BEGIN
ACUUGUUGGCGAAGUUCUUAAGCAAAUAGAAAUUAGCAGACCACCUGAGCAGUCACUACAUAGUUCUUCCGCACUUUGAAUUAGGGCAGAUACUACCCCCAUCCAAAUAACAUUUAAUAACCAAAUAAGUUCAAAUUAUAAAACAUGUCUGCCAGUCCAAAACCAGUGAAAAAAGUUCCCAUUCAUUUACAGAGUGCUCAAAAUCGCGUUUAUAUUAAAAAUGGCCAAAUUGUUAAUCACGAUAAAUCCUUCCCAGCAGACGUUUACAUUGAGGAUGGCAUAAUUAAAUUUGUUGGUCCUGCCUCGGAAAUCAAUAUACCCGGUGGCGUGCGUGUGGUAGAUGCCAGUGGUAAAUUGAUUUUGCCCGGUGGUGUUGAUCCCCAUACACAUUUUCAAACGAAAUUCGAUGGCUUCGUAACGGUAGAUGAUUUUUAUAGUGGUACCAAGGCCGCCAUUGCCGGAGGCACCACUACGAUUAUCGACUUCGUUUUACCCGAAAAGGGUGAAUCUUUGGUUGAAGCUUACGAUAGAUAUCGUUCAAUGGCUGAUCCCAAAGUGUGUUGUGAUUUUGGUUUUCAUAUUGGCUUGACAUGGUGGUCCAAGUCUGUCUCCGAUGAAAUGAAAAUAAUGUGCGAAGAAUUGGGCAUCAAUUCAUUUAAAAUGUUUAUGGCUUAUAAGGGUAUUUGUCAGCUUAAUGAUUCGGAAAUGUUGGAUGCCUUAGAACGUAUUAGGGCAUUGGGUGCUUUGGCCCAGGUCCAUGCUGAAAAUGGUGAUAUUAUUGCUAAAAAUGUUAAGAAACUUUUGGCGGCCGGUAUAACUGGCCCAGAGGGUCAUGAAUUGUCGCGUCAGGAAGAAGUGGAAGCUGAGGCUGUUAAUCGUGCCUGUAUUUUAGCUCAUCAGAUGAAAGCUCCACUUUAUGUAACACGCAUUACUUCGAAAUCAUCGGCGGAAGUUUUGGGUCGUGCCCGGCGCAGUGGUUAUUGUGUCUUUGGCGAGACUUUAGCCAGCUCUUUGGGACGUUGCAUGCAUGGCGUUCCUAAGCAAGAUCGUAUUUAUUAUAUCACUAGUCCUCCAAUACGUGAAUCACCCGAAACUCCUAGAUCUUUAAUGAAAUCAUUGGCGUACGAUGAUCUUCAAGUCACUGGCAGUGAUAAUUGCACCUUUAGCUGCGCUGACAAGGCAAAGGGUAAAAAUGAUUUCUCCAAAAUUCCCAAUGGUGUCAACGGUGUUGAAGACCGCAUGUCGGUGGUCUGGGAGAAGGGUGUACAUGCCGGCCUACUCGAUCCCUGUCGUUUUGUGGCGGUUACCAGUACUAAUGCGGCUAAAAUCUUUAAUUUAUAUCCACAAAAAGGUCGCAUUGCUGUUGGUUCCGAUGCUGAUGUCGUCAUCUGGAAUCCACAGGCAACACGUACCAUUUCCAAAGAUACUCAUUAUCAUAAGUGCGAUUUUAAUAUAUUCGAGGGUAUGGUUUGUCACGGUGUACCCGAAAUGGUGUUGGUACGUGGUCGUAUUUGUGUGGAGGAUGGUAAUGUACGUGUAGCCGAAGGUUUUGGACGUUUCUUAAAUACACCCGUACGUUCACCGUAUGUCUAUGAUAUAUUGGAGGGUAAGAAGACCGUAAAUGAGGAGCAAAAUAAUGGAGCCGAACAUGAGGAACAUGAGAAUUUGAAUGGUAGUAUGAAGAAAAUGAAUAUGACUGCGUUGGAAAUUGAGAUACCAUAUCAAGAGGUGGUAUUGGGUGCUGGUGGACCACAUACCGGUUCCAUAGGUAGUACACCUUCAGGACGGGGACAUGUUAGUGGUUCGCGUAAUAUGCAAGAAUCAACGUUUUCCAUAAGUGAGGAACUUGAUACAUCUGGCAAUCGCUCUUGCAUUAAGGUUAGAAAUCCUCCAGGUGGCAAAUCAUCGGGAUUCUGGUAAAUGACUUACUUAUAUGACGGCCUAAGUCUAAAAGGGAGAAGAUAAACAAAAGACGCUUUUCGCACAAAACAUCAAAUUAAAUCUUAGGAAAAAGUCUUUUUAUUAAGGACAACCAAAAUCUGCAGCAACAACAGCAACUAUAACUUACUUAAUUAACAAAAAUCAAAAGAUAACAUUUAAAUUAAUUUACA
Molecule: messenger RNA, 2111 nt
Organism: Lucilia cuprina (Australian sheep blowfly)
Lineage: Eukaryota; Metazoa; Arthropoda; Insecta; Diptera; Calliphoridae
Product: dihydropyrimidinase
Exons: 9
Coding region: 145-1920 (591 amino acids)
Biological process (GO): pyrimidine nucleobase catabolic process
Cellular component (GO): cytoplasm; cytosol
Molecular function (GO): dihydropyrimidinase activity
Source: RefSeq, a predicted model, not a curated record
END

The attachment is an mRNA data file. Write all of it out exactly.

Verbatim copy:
ACUUGUUGGCGAAGUUCUUAAGCAAAUAGAAAUUAGCAGACCACCUGAGCAGUCACUACAUAGUUCUUCCGCACUUUGAAUUAGGGCAGAUACUACCCCCAUCCAAAUAACAUUUAAUAACCAAAUAAGUUCAAAUUAUAAAACAUGUCUGCCAGUCCAAAACCAGUGAAAAAAGUUCCCAUUCAUUUACAGAGUGCUCAAAAUCGCGUUUAUAUUAAAAAUGGCCAAAUUGUUAAUCACGAUAAAUCCUUCCCAGCAGACGUUUACAUUGAGGAUGGCAUAAUUAAAUUUGUUGGUCCUGCCUCGGAAAUCAAUAUACCCGGUGGCGUGCGUGUGGUAGAUGCCAGUGGUAAAUUGAUUUUGCCCGGUGGUGUUGAUCCCCAUACACAUUUUCAAACGAAAUUCGAUGGCUUCGUAACGGUAGAUGAUUUUUAUAGUGGUACCAAGGCCGCCAUUGCCGGAGGCACCACUACGAUUAUCGACUUCGUUUUACCCGAAAAGGGUGAAUCUUUGGUUGAAGCUUACGAUAGAUAUCGUUCAAUGGCUGAUCCCAAAGUGUGUUGUGAUUUUGGUUUUCAUAUUGGCUUGACAUGGUGGUCCAAGUCUGUCUCCGAUGAAAUGAAAAUAAUGUGCGAAGAAUUGGGCAUCAAUUCAUUUAAAAUGUUUAUGGCUUAUAAGGGUAUUUGUCAGCUUAAUGAUUCGGAAAUGUUGGAUGCCUUAGAACGUAUUAGGGCAUUGGGUGCUUUGGCCCAGGUCCAUGCUGAAAAUGGUGAUAUUAUUGCUAAAAAUGUUAAGAAACUUUUGGCGGCCGGUAUAACUGGCCCAGAGGGUCAUGAAUUGUCGCGUCAGGAAGAAGUGGAAGCUGAGGCUGUUAAUCGUGCCUGUAUUUUAGCUCAUCAGAUGAAAGCUCCACUUUAUGUAACACGCAUUACUUCGAAAUCAUCGGCGGAAGUUUUGGGUCGUGCCCGGCGCAGUGGUUAUUGUGUCUUUGGCGAGACUUUAGCCAGCUCUUUGGGACGUUGCAUGCAUGGCGUUCCUAAGCAAGAUCGUAUUUAUUAUAUCACUAGUCCUCCAAUACGUGAAUCACCCGAAACUCCUAGAUCUUUAAUGAAAUCAUUGGCGUACGAUGAUCUUCAAGUCACUGGCAGUGAUAAUUGCACCUUUAGCUGCGCUGACAAGGCAAAGGGUAAAAAUGAUUUCUCCAAAAUUCCCAAUGGUGUCAACGGUGUUGAAGACCGCAUGUCGGUGGUCUGGGAGAAGGGUGUACAUGCCGGCCUACUCGAUCCCUGUCGUUUUGUGGCGGUUACCAGUACUAAUGCGGCUAAAAUCUUUAAUUUAUAUCCACAAAAAGGUCGCAUUGCUGUUGGUUCCGAUGCUGAUGUCGUCAUCUGGAAUCCACAGGCAACACGUACCAUUUCCAAAGAUACUCAUUAUCAUAAGUGCGAUUUUAAUAUAUUCGAGGGUAUGGUUUGUCACGGUGUACCCGAAAUGGUGUUGGUACGUGGUCGUAUUUGUGUGGAGGAUGGUAAUGUACGUGUAGCCGAAGGUUUUGGACGUUUCUUAAAUACACCCGUACGUUCACCGUAUGUCUAUGAUAUAUUGGAGGGUAAGAAGACCGUAAAUGAGGAGCAAAAUAAUGGAGCCGAACAUGAGGAACAUGAGAAUUUGAAUGGUAGUAUGAAGAAAAUGAAUAUGACUGCGUUGGAAAUUGAGAUACCAUAUCAAGAGGUGGUAUUGGGUGCUGGUGGACCACAUACCGGUUCCAUAGGUAGUACACCUUCAGGACGGGGACAUGUUAGUGGUUCGCGUAAUAUGCAAGAAUCAACGUUUUCCAUAAGUGAGGAACUUGAUACAUCUGGCAAUCGCUCUUGCAUUAAGGUUAGAAAUCCUCCAGGUGGCAAAUCAUCGGGAUUCUGGUAAAUGACUUACUUAUAUGACGGCCUAAGUCUAAAAGGGAGAAGAUAAACAAAAGACGCUUUUCGCACAAAACAUCAAAUUAAAUCUUAGGAAAAAGUCUUUUUAUUAAGGACAACCAAAAUCUGCAGCAACAACAGCAACUAUAACUUACUUAAUUAACAAAAAUCAAAAGAUAACAUUUAAAUUAAUUUACA
Molecule: messenger RNA, 2111 nt
Organism: Lucilia cuprina (Australian sheep blowfly)
Lineage: Eukaryota; Metazoa; Arthropoda; Insecta; Diptera; Calliphoridae
Product: dihydropyrimidinase
Exons: 9
Coding region: 145-1920 (591 amino acids)
Biological process (GO): pyrimidine nucleobase catabolic process
Cellular component (GO): cytoplasm; cytosol
Molecular function (GO): dihydropyrimidinase activity
Source: RefSeq, a predicted model, not a curated record